Towing a heavy camper comes at the cost of a chunk of range. A German RV manufacturer thinks that it has the solution with the E.Home, a travel trailer with its own batteries and electric motors.
Camping with an EV can be a bit of a challenge if you like to sleep in travel trailers. Range tests have shown that dragging a trailer behind an EV can reduce its range by half. This makes towing pretty much a non-starter for EVs that already have a short range and lengthens the journey for others. Gasoline-powered tow vehicles have this problem, too, but tend to have large gas tanks to maintain a decent range.
German RV manufacturer Dethleffs is testing a potential solution, reports Green Car Reports. Its E.Home travel trailer is self-contained with its own batteries and electric motor to assist the tow vehicle.
The E.Home solves this problem by using electric motors to accelerate itself with the tow vehicle. Under the trailer are two 40 kWh battery packs and two motors that have a max output of 90 kw (121 horsepower) each with a continuous output of 30 kw (40 HP) each.
Last month, Dethleffs tested the E.Home on a 240-mile stretch crossing the Alps being towed by an Audi e-tron Sportback. The Audi has an EPA range of 218 miles, yet it completed the whole journey in just over six hours using 82 kWh of its 95 kWh battery. The E.Home consumed 74 kWh of electrons of its 80 kWh capacity.
Dethleffs says that the trailer can accelerate itself so fast that the e-tron drives as if it doesn’t have a camper hooked up to it. E.Home does it through its Trailer Mobility Control system, which makes the trailer provide just enough power to move itself along. The car is still towing the trailer and a load is being applied to the tow hitch at all times, but the trailer is lending a hand. E.Home can even stabilize itself in crosswinds and limit sway.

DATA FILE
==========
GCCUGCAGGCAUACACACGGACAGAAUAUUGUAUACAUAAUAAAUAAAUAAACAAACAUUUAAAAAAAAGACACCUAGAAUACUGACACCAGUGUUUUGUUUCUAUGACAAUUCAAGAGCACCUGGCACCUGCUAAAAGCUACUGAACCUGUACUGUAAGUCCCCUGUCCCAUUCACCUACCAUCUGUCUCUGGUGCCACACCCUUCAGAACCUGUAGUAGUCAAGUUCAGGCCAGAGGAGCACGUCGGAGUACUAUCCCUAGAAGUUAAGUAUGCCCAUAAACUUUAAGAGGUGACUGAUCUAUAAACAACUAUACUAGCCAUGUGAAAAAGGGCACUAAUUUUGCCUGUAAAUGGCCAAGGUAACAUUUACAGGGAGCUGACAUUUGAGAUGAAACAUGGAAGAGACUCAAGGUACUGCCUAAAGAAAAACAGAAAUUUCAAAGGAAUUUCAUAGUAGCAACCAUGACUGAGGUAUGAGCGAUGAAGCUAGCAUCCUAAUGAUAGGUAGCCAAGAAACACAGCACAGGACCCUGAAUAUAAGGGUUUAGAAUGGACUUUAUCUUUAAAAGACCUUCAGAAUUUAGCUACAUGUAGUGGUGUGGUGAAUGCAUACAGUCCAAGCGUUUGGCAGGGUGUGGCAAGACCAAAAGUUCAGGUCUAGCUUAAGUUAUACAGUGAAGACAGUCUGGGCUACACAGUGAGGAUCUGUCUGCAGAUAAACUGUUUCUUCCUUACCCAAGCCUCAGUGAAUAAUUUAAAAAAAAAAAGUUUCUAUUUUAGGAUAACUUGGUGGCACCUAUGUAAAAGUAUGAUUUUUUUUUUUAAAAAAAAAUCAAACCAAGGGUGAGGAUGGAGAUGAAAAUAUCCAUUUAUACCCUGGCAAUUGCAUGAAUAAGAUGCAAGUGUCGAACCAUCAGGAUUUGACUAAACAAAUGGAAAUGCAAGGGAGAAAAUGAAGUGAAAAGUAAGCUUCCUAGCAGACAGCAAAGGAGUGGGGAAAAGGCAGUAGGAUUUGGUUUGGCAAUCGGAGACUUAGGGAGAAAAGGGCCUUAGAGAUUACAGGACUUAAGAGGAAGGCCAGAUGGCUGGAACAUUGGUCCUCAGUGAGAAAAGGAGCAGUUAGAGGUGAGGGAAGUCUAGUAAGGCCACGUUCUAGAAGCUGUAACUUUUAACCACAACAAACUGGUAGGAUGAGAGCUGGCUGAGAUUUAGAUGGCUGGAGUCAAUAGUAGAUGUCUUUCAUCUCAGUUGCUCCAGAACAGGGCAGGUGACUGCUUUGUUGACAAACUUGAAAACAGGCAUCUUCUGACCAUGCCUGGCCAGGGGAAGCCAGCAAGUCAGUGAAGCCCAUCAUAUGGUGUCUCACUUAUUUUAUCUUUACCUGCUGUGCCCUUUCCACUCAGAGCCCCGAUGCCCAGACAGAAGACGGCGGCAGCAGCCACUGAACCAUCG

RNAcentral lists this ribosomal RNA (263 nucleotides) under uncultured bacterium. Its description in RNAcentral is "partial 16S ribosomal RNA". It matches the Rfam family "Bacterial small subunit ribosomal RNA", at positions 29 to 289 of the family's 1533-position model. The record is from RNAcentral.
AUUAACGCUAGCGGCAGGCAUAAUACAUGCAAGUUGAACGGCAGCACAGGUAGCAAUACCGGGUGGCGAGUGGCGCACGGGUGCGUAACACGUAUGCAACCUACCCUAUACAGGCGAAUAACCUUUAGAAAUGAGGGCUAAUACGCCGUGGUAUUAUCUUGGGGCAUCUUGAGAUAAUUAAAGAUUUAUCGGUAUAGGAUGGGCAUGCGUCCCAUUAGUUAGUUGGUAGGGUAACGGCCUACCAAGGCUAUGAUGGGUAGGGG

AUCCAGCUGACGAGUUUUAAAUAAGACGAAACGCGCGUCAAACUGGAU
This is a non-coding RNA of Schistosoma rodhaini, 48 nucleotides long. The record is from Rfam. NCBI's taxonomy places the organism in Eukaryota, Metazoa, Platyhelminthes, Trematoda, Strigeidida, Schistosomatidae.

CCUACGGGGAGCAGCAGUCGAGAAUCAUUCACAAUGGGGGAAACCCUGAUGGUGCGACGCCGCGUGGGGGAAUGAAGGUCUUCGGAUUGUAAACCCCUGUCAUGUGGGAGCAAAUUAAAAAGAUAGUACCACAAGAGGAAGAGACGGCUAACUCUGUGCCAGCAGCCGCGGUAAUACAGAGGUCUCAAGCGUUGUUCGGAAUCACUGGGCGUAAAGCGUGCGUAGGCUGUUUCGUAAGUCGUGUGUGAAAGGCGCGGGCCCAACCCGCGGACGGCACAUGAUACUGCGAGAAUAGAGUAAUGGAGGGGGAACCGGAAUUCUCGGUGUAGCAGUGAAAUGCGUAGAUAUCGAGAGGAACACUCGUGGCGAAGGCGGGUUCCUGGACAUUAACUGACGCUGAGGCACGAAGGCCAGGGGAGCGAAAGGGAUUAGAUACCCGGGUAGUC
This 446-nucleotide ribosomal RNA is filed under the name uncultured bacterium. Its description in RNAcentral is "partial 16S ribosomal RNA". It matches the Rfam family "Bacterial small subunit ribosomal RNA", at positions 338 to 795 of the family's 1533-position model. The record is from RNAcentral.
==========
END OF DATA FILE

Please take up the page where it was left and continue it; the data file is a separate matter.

Perhaps the coolest part is that since the E.Home is self-contained, you can hitch it up to an ICE vehicle and it’ll help the tow vehicle save fuel by moving itself along.
Don’t break out your checkbook just yet. The E.Home isn’t even legal in Europe yet and road testing has only recently started. Dethleffs is also light on details about the trailer. It says the batteries weigh 1,320 pounds but nothing about total weight or features.
Dethleffs also hasn’t stated a price, a launch date or its intended markets. Stateside, EV camping enthusiasts may have to wait for whatever Airstream is brewing up that is reportedly based on a similar concept.